In any self-help book, you tend to find the same suggestion: that optimism and motivational sayings are more important than actual talent (though admittedly, that does explain some managers I’ve met). For the most part, motivational cliches are just harmless, feel-good gibberish. But watch for these three, which have a tendency to keep you poor:
Positive thought can help with financial problems. For example, it helps you starve to death less painfully.
1.Working Outside the System Will Make You Rich
This is usually accompanied by terms like “originality” and “out of the box thinking”.
Now I won’t deny that sometimes, this kind of thinking results in getting rich. Hey, someone had to start the tablet craze, and the first auction site. But I’ll let you in on a little secret:
If an idea is so ‘outside the system’ that no one’s done it, chances are high that no one needs it.
I’m not saying you’re 100% wrong about it being a good idea, but you probably are. There’s also a kind of fallacious romance behind this: some Steve Jobs-wannabe defies convention, and manages to beat the odds. But consider the financial reality of “working outside the system”:
Apple is a multi-million dollar company that wouldn’t have collapsed, even if the iPad had failed. Remember Apple Maps?They also have a huge customer base, who would buy a hobo’s armpit drippings if Apple stamped a logo on it. Likewise, if Google or Virgin chooses to “work outside the system”, their top managers can fail at a dozen edgy projects without needing a second mortgage.
“Outside the box”…yeah it kind of loses meaning after the house is repossessed.
I doubt the same applies to you.
If you work outside the system, you will fail more often than you succeed. There is no “super genius” that emerges just because you’re being a rebel. The universe, contrary to self-help gurus, does not give a monkey’s ass about how individual you’re being.
Working outside the system can make you poor and keep you there, if you repeatedly throw time and money behind improbable ventures. If you want to do things outside the system, do so at reasonable cost to yourself. Don’t empty your life savings on a start-up just because an idea seems innovative. It has to relate to an actual need.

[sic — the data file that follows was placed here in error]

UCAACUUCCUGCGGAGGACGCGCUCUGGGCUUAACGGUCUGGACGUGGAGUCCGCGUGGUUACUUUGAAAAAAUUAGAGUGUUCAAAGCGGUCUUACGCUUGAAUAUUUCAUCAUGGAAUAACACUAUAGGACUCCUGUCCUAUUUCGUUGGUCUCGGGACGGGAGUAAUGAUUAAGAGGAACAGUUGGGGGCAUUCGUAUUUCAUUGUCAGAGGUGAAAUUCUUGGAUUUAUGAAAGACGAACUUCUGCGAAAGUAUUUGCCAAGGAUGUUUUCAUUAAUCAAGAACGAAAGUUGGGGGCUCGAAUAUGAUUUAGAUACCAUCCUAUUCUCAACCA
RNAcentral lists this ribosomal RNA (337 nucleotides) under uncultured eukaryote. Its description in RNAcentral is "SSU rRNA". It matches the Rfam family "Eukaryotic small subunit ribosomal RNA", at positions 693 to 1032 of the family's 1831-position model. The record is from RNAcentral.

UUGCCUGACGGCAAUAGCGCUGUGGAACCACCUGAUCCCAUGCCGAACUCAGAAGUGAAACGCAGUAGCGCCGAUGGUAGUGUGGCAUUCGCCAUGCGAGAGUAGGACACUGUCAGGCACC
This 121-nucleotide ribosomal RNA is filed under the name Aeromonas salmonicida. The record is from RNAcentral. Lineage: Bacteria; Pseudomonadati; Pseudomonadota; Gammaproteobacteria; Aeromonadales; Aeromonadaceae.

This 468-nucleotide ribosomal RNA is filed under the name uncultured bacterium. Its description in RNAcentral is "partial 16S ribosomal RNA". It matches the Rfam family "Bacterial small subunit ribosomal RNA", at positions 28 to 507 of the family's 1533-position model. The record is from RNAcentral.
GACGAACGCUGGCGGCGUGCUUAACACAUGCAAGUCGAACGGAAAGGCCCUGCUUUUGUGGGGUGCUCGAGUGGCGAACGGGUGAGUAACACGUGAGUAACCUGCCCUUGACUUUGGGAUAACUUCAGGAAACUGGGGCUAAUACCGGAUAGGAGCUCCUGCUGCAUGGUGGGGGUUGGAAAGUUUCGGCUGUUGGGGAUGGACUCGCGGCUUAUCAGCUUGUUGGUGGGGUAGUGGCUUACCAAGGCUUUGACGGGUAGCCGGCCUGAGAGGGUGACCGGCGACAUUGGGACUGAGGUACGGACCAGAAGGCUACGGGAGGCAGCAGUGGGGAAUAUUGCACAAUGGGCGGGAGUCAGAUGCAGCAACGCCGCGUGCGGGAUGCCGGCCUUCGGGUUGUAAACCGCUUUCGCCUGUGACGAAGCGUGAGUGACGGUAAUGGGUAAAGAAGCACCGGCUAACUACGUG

2. Your Job Should Be Your Passion
“If you follow your passion, the money will follow”.
That’s true, but notice the saying doesn’t mention how much money. If your passion is writing Twilight fan fiction, I’m sure someone out there will chuck a few dollars (or a brick in my case) your way; but don’t count on it covering the down payment for your flat.
As our sometime HR consultant Angeline Seah says: “Some passions are more lucrative than others.”
Almost every hobby can earn you some amount of money. But unless you’re lucky enough to have a hobby in demand (e.g. you like developing apps, or get a nerdgasm when discussing the Capital Asset Pricing Model), don’t assume your passion will send money running after you like an attention starved puppy.
Some of the biggest money-making things you do in life will involve no passion. This is true for most people. I’ve written corporate journals about ball bearings and gotten paid tons for it, but I don’t exactly talk about it in excited squeals.
If you want to make money through passion, re-frame this saying: Your passion gives you the stamina to endure the dullest, most excruciating job. You may hate compiling reports or making Power Points. But if the income fuels a cause you love, you can probably bear it.
Never assume that directly indulging in your passion will bring you money. Sometimes, feeding your passion means doing a whole bunch of things that aren’t relevant to it. Don’t hesitate just because you want to be picky.
3. If You Just Visualize Having Money, You’ll Attract It
I’m not going to mention the bestseller that’s currently associated with this one. Suffice it to say this isn’t an original idea, and it’s been mentioned (in various forms) in a dozen NLP books.
The general idea is that, by visualizing yourself being rich, you will attract money. Never mind that studies show the opposite is more probable. Since no one reads the academic references I link to, here’s a few choice lines:
“Positive fantasies that idealize the future are found to be inversely related to achievement over time: the more positively the fantasies are experienced, the less effort do people invest in realizing these fantasies, and the lower is their success in achieving them.”
The fantasizing (visualization) makes you complacent. Because you already spent all that energy imagining, you’re less likely to go and enroll in a financial awareness course. Or to start mapping prospects for your side-business, or take up certification courses to advance your career.
You feel good when you’re visualizing, but it all falls to nothing after a few months.
Now there may be some upside to positive thinking, but apply a bit of common sense here: if you could attain things by just visualizing them, you should be able to hammer out a Clapton solo on a guitar without any lessons. So instead of visualizing money, just actually go out and start getting some.
If you have no idea where to start, try asking us on Facebook. Our methods are more…drivel free.
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